Every Woman, Every Child

I travel as the wife of the United Nations Secretary-General, but I view their struggles and triumphs through the lens of my experiences as a mother and grandmother.
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This post is part of the Global Mom Relay. Every time you share this blog, $5 will go to women and girls around the world. Scroll to the bottom to find out more.

I have seen the power of mothers around the world, from Angolan women carrying their babies to bustling health posts in Luanda to Indian women soothing their little ones at primary care centres in Mumbai to expectant mothers at a maternity ward in Sarajevo and beyond. I travel as the wife of the United Nations Secretary-General, but I view their struggles and triumphs through the lens of my experiences as a mother and grandmother.

Few people know that my own birthday was recorded four months late. My father waited, like so many others of his generation in our embattled country, until at least 100 days had passed. In those days in Korea, you weren't sure if your baby would survive. This remains true around the world.

If my experiences in Korea have taught me anything, it is that any country, no matter how poor or destroyed by fighting, can rebuild to become a stable and prosperous place. The foundation for advancement is caring for women and children. This demands first and foremost making sure they survive, so that parents do not have to hesitate to register a birth or bury a mother who died giving life.

Routine obstetric care is essential, but Every Woman Every Child is about more than mothers -- it aims to reach all women. This requires attention to their needs throughout the reproductive health cycle. This is a fundamental human right, and a key component of human dignity.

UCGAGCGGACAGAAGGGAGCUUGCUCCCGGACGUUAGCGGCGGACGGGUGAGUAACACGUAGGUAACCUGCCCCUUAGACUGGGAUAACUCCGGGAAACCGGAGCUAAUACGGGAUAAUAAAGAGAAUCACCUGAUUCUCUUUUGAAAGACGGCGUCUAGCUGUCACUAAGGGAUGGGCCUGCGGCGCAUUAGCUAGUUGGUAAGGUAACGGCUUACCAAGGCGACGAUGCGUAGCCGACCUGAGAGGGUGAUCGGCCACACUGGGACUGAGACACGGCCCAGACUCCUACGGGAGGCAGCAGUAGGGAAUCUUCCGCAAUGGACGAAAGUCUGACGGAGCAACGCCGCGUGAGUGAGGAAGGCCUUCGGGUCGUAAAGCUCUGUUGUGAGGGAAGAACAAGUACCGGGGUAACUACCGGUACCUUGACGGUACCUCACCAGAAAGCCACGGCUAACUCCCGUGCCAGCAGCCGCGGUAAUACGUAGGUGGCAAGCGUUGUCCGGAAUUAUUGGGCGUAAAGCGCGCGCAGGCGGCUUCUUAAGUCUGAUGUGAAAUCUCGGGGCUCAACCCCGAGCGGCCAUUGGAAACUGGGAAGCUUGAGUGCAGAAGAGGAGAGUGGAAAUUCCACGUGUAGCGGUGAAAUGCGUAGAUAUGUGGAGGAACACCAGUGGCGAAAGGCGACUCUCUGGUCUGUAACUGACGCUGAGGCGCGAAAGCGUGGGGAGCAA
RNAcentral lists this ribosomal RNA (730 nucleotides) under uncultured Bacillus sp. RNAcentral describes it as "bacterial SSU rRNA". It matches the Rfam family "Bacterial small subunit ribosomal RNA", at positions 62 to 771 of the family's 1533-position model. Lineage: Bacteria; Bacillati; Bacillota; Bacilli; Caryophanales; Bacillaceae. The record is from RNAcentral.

Women and especially mothers have a critical role in raising healthy children. Study after study shows that the more you nourish a girl, send her to school, give her opportunities for work and protect her from violence, the stronger her children will be. This is true in the world's poorest countries -- but it is just as important in wealthy societies. Everywhere, women deserve protection and support.

My husband takes special pride in having appointed more women to leadership positions than ever before in the history of the United Nations. He does this out of a sense of conviction that women leaders can help empower women globally -- and that when you unleash the power of women, they will change the world.

The United Nations is leading a worldwide campaign to advance this cause. Everyone can be part of it, whether you join an organization working for progress or an individual speaking out for what you believe.

An old Korean saying points out that precious stones are just rocks if they are not strung together to form jewellery. I applaud this Global Mom Relay for pulling together the wisdom and insights of people from so many different fields around a common goal, giving greater meaning to our international campaign for women and children.

Each time you share this Global Mom Relay piece on Facebook, Twitter via the sharing icons above, or through clicking on the above graphic, or donate $5 or more, a $5 donation (up to $500,000) will be donated by Johnson & Johnson and the Bill & Melinda Gates Foundation to the Girl Up. $5 pays for school for 5 months of education for a girl in Ethiopia. Girl Up is able to help thousands of girls around the world go to school, see a doctor, stay safe from violence and work toward a brighter future for themselves, their families, and their communities.

Join us by sharing it forward and unlock the potential for women and children around the globe. For more information, visit www.unfoundation.org/globalmomrelay. The United Nations Foundation, Johnson & Johnson, BabyCenter, The Huffington Post, and the Bill & Melinda Gates Foundation created the Global Mom Relay, a first-of-its-kind virtual relay with a goal of improving the lives of women and children around the globe.

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